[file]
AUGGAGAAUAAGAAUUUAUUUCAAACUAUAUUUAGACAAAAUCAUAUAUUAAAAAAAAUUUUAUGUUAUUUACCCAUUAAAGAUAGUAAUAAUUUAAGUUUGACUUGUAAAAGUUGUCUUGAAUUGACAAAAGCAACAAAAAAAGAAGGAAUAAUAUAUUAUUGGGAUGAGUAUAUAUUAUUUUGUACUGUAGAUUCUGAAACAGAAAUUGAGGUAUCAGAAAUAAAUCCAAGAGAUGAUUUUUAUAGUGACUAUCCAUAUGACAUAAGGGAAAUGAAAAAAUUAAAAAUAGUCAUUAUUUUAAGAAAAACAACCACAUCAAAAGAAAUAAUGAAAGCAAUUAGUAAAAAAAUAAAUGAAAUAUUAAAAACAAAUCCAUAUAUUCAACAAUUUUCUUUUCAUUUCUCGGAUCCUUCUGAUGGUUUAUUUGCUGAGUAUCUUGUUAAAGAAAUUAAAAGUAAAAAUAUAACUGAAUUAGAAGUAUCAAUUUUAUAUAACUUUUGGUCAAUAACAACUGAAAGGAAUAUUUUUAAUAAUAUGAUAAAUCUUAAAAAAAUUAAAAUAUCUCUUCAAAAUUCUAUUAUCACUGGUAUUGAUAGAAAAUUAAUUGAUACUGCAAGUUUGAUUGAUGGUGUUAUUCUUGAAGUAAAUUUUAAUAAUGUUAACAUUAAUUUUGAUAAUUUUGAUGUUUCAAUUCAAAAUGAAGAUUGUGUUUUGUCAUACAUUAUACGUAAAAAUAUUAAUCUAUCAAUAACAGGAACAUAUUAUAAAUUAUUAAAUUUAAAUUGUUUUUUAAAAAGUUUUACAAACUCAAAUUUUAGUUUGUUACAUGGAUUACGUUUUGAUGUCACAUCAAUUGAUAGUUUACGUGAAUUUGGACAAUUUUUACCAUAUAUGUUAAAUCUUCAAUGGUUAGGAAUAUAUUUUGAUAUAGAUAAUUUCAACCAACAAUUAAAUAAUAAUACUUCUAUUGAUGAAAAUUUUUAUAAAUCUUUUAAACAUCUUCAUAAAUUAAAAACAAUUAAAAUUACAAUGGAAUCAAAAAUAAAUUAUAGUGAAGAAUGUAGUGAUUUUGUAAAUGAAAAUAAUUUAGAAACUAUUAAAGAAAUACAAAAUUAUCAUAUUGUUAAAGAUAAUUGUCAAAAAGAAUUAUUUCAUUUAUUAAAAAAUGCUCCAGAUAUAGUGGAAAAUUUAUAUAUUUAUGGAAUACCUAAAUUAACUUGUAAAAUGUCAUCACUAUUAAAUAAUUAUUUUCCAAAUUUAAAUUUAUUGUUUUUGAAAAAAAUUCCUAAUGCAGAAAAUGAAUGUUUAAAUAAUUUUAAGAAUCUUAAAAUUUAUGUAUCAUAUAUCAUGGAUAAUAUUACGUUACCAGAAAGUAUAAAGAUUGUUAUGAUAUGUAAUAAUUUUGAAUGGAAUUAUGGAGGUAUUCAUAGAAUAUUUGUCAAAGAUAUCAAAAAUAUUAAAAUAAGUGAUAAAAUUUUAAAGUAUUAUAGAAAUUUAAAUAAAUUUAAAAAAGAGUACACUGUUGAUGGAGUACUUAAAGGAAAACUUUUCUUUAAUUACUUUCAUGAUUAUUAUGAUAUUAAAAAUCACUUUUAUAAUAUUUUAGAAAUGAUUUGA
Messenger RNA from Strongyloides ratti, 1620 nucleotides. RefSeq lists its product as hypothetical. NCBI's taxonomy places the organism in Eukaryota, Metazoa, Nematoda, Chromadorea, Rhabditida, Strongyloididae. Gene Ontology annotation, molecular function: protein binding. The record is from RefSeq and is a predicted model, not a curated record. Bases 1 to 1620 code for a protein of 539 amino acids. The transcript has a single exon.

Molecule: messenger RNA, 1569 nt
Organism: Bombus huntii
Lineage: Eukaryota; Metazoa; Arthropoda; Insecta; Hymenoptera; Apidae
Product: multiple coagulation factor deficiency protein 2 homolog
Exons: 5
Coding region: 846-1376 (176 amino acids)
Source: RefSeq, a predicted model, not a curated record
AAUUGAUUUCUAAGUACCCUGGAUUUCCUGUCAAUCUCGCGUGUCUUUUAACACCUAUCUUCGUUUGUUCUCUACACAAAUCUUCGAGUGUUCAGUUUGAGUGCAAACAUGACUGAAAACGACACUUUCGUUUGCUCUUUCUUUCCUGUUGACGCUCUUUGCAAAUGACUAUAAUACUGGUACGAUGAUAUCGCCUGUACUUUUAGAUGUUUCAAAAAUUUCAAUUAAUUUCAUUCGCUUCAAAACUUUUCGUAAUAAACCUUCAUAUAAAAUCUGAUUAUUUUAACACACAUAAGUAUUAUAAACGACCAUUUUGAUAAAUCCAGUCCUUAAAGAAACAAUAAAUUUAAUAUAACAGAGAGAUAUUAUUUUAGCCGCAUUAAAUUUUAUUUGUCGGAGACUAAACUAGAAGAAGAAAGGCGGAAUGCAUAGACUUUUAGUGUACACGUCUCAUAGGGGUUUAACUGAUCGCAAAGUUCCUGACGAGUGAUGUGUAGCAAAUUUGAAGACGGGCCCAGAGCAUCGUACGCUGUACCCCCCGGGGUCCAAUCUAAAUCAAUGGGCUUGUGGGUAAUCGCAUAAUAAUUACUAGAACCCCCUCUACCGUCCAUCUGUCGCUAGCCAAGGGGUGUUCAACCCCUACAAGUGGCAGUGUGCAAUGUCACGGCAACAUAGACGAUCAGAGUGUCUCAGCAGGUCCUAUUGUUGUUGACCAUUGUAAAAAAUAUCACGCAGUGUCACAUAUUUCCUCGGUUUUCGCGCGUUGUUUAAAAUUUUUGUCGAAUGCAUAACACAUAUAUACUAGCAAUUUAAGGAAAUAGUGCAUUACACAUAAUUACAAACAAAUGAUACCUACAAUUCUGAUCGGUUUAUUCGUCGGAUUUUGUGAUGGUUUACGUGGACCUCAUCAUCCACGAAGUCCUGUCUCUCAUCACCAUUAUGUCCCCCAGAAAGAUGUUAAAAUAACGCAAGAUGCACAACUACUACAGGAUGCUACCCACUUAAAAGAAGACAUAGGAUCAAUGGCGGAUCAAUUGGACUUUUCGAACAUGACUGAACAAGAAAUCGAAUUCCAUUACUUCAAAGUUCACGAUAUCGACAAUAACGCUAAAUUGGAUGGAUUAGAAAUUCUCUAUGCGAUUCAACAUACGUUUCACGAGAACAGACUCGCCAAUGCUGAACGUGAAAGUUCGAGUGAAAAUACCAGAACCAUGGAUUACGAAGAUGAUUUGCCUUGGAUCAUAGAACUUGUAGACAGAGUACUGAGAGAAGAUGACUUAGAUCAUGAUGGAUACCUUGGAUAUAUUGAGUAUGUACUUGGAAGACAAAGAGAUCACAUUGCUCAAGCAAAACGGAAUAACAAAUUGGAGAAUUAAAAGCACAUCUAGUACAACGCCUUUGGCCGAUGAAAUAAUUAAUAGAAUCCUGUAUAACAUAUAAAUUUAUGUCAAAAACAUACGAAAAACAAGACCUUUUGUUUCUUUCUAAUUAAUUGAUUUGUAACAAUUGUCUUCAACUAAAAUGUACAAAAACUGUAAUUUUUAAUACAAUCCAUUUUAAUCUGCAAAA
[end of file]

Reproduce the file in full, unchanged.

AUGGAGAAUAAGAAUUUAUUUCAAACUAUAUUUAGACAAAAUCAUAUAUUAAAAAAAAUUUUAUGUUAUUUACCCAUUAAAGAUAGUAAUAAUUUAAGUUUGACUUGUAAAAGUUGUCUUGAAUUGACAAAAGCAACAAAAAAAGAAGGAAUAAUAUAUUAUUGGGAUGAGUAUAUAUUAUUUUGUACUGUAGAUUCUGAAACAGAAAUUGAGGUAUCAGAAAUAAAUCCAAGAGAUGAUUUUUAUAGUGACUAUCCAUAUGACAUAAGGGAAAUGAAAAAAUUAAAAAUAGUCAUUAUUUUAAGAAAAACAACCACAUCAAAAGAAAUAAUGAAAGCAAUUAGUAAAAAAAUAAAUGAAAUAUUAAAAACAAAUCCAUAUAUUCAACAAUUUUCUUUUCAUUUCUCGGAUCCUUCUGAUGGUUUAUUUGCUGAGUAUCUUGUUAAAGAAAUUAAAAGUAAAAAUAUAACUGAAUUAGAAGUAUCAAUUUUAUAUAACUUUUGGUCAAUAACAACUGAAAGGAAUAUUUUUAAUAAUAUGAUAAAUCUUAAAAAAAUUAAAAUAUCUCUUCAAAAUUCUAUUAUCACUGGUAUUGAUAGAAAAUUAAUUGAUACUGCAAGUUUGAUUGAUGGUGUUAUUCUUGAAGUAAAUUUUAAUAAUGUUAACAUUAAUUUUGAUAAUUUUGAUGUUUCAAUUCAAAAUGAAGAUUGUGUUUUGUCAUACAUUAUACGUAAAAAUAUUAAUCUAUCAAUAACAGGAACAUAUUAUAAAUUAUUAAAUUUAAAUUGUUUUUUAAAAAGUUUUACAAACUCAAAUUUUAGUUUGUUACAUGGAUUACGUUUUGAUGUCACAUCAAUUGAUAGUUUACGUGAAUUUGGACAAUUUUUACCAUAUAUGUUAAAUCUUCAAUGGUUAGGAAUAUAUUUUGAUAUAGAUAAUUUCAACCAACAAUUAAAUAAUAAUACUUCUAUUGAUGAAAAUUUUUAUAAAUCUUUUAAACAUCUUCAUAAAUUAAAAACAAUUAAAAUUACAAUGGAAUCAAAAAUAAAUUAUAGUGAAGAAUGUAGUGAUUUUGUAAAUGAAAAUAAUUUAGAAACUAUUAAAGAAAUACAAAAUUAUCAUAUUGUUAAAGAUAAUUGUCAAAAAGAAUUAUUUCAUUUAUUAAAAAAUGCUCCAGAUAUAGUGGAAAAUUUAUAUAUUUAUGGAAUACCUAAAUUAACUUGUAAAAUGUCAUCACUAUUAAAUAAUUAUUUUCCAAAUUUAAAUUUAUUGUUUUUGAAAAAAAUUCCUAAUGCAGAAAAUGAAUGUUUAAAUAAUUUUAAGAAUCUUAAAAUUUAUGUAUCAUAUAUCAUGGAUAAUAUUACGUUACCAGAAAGUAUAAAGAUUGUUAUGAUAUGUAAUAAUUUUGAAUGGAAUUAUGGAGGUAUUCAUAGAAUAUUUGUCAAAGAUAUCAAAAAUAUUAAAAUAAGUGAUAAAAUUUUAAAGUAUUAUAGAAAUUUAAAUAAAUUUAAAAAAGAGUACACUGUUGAUGGAGUACUUAAAGGAAAACUUUUCUUUAAUUACUUUCAUGAUUAUUAUGAUAUUAAAAAUCACUUUUAUAAUAUUUUAGAAAUGAUUUGA
Messenger RNA from Strongyloides ratti, 1620 nucleotides. RefSeq lists its product as hypothetical. NCBI's taxonomy places the organism in Eukaryota, Metazoa, Nematoda, Chromadorea, Rhabditida, Strongyloididae. Gene Ontology annotation, molecular function: protein binding. The record is from RefSeq and is a predicted model, not a curated record. Bases 1 to 1620 code for a protein of 539 amino acids. The transcript has a single exon.

Molecule: messenger RNA, 1569 nt
Organism: Bombus huntii
Lineage: Eukaryota; Metazoa; Arthropoda; Insecta; Hymenoptera; Apidae
Product: multiple coagulation factor deficiency protein 2 homolog
Exons: 5
Coding region: 846-1376 (176 amino acids)
Source: RefSeq, a predicted model, not a curated record
AAUUGAUUUCUAAGUACCCUGGAUUUCCUGUCAAUCUCGCGUGUCUUUUAACACCUAUCUUCGUUUGUUCUCUACACAAAUCUUCGAGUGUUCAGUUUGAGUGCAAACAUGACUGAAAACGACACUUUCGUUUGCUCUUUCUUUCCUGUUGACGCUCUUUGCAAAUGACUAUAAUACUGGUACGAUGAUAUCGCCUGUACUUUUAGAUGUUUCAAAAAUUUCAAUUAAUUUCAUUCGCUUCAAAACUUUUCGUAAUAAACCUUCAUAUAAAAUCUGAUUAUUUUAACACACAUAAGUAUUAUAAACGACCAUUUUGAUAAAUCCAGUCCUUAAAGAAACAAUAAAUUUAAUAUAACAGAGAGAUAUUAUUUUAGCCGCAUUAAAUUUUAUUUGUCGGAGACUAAACUAGAAGAAGAAAGGCGGAAUGCAUAGACUUUUAGUGUACACGUCUCAUAGGGGUUUAACUGAUCGCAAAGUUCCUGACGAGUGAUGUGUAGCAAAUUUGAAGACGGGCCCAGAGCAUCGUACGCUGUACCCCCCGGGGUCCAAUCUAAAUCAAUGGGCUUGUGGGUAAUCGCAUAAUAAUUACUAGAACCCCCUCUACCGUCCAUCUGUCGCUAGCCAAGGGGUGUUCAACCCCUACAAGUGGCAGUGUGCAAUGUCACGGCAACAUAGACGAUCAGAGUGUCUCAGCAGGUCCUAUUGUUGUUGACCAUUGUAAAAAAUAUCACGCAGUGUCACAUAUUUCCUCGGUUUUCGCGCGUUGUUUAAAAUUUUUGUCGAAUGCAUAACACAUAUAUACUAGCAAUUUAAGGAAAUAGUGCAUUACACAUAAUUACAAACAAAUGAUACCUACAAUUCUGAUCGGUUUAUUCGUCGGAUUUUGUGAUGGUUUACGUGGACCUCAUCAUCCACGAAGUCCUGUCUCUCAUCACCAUUAUGUCCCCCAGAAAGAUGUUAAAAUAACGCAAGAUGCACAACUACUACAGGAUGCUACCCACUUAAAAGAAGACAUAGGAUCAAUGGCGGAUCAAUUGGACUUUUCGAACAUGACUGAACAAGAAAUCGAAUUCCAUUACUUCAAAGUUCACGAUAUCGACAAUAACGCUAAAUUGGAUGGAUUAGAAAUUCUCUAUGCGAUUCAACAUACGUUUCACGAGAACAGACUCGCCAAUGCUGAACGUGAAAGUUCGAGUGAAAAUACCAGAACCAUGGAUUACGAAGAUGAUUUGCCUUGGAUCAUAGAACUUGUAGACAGAGUACUGAGAGAAGAUGACUUAGAUCAUGAUGGAUACCUUGGAUAUAUUGAGUAUGUACUUGGAAGACAAAGAGAUCACAUUGCUCAAGCAAAACGGAAUAACAAAUUGGAGAAUUAAAAGCACAUCUAGUACAACGCCUUUGGCCGAUGAAAUAAUUAAUAGAAUCCUGUAUAACAUAUAAAUUUAUGUCAAAAACAUACGAAAAACAAGACCUUUUGUUUCUUUCUAAUUAAUUGAUUUGUAACAAUUGUCUUCAACUAAAAUGUACAAAAACUGUAAUUUUUAAUACAAUCCAUUUUAAUCUGCAAAA